A review of several previous artichoke studies published in a 2013 edition of Cochrane Database of Systematic Reviews, looked at three trials studying the effects of artichoke extract on cholesterol levels. According to the review, artichoke extracts are mildly beneficial for patients with moderately high LDL cholesterol levels.
Another 2013 study conducted by the University of Pavia in India looked at the benefits of artichoke leaf extract on 92 participants with high cholesterol. Supplements were given for 8 weeks. After the study period, all participants had lower total cholesterol levels, and a significant reduction in LDL cholesterol levels.
Based on these studies, artichoke extract shows promising results as a supplement for fighting LDL cholesterol. However, the benefit seen was mainly in mild to moderately high cholesterol levels and the progression of the supplementation was somewhat slow. In cases with high cholesterol levels, it may be necessary to take additional steps to prevent cholesterol levels from rising to unsafe levels.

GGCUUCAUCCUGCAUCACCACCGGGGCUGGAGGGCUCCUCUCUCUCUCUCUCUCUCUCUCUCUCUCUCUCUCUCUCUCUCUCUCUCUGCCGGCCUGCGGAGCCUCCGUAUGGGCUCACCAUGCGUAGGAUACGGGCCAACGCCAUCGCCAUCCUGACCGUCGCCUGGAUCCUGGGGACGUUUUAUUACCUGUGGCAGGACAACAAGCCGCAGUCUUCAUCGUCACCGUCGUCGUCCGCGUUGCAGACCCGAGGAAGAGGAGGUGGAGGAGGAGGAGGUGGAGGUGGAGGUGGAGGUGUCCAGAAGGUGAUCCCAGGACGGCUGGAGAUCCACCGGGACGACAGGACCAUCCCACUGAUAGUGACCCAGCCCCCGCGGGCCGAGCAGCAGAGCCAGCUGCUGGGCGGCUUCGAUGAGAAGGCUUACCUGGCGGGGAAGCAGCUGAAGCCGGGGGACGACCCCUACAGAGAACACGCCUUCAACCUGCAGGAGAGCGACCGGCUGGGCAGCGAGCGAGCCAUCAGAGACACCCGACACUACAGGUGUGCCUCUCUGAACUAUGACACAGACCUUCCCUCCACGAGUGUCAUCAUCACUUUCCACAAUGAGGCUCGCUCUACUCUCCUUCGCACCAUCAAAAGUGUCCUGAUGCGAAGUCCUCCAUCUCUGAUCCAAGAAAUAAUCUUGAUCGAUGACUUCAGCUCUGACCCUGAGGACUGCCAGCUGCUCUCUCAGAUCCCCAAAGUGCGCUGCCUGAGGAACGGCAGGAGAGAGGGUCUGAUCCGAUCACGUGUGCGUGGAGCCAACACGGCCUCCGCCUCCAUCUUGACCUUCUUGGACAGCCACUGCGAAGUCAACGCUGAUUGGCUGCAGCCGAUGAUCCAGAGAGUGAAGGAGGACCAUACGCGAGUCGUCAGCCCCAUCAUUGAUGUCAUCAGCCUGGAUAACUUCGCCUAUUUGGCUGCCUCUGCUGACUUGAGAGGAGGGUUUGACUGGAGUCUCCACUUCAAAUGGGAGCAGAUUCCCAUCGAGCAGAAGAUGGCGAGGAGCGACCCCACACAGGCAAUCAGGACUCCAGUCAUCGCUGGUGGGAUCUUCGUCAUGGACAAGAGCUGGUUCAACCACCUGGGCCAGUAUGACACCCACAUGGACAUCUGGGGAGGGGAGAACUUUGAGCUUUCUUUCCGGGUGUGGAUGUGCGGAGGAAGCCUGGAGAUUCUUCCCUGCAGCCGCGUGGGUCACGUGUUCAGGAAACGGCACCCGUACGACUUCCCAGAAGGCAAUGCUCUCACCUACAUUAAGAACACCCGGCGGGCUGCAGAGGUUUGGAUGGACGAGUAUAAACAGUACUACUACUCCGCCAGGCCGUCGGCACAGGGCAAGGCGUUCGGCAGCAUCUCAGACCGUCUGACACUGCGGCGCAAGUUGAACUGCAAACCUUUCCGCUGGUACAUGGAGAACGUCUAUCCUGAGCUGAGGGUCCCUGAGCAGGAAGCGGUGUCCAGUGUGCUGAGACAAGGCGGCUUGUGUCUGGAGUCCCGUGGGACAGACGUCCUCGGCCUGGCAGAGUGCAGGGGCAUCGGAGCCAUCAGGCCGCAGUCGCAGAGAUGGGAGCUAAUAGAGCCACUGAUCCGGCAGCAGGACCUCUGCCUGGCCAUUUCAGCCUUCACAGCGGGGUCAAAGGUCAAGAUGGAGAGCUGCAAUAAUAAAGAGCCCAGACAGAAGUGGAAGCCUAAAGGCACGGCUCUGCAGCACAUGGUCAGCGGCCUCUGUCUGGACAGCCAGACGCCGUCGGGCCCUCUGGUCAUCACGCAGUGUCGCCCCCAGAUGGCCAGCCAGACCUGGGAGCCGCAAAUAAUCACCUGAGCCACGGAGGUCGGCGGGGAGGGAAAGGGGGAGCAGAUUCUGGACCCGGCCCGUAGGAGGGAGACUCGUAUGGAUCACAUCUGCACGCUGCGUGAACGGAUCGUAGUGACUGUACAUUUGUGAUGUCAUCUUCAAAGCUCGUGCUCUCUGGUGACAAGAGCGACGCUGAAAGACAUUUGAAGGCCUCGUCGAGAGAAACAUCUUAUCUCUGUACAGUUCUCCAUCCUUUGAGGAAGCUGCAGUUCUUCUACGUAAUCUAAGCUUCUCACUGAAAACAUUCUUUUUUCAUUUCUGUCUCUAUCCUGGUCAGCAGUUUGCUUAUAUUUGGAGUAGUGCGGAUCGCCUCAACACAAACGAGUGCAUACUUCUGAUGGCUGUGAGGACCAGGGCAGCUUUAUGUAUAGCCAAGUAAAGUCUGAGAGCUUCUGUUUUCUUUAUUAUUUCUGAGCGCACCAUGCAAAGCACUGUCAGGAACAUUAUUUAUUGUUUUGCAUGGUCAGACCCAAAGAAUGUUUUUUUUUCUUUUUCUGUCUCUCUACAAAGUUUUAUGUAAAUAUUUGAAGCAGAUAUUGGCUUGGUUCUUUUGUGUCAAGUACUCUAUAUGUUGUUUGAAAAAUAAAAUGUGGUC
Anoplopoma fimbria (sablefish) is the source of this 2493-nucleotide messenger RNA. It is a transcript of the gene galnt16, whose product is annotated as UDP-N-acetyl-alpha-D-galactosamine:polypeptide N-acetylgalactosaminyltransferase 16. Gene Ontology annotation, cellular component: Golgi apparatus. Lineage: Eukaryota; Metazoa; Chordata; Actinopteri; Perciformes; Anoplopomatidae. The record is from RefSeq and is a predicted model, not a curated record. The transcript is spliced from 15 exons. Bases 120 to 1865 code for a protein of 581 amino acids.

Based on the above studies, higher dosages for lowering cholesterol are important when taking artichoke extract. A dosage between 1200 mg and 1900 mg per day of artichoke leaf extract are recommended. Take the extract in 2-3 doses per day for maximum effect.
Are there risks or side effects to taking artichoke leaf extracts? According to research, any side effects are commonly milk. The main side effects include intestinal gas or allergic reactions. Individuals who are allergic to products like marigolds, daisies, or other herbs, are at a higher risk for seeing an allergic reaction to artichoke extract.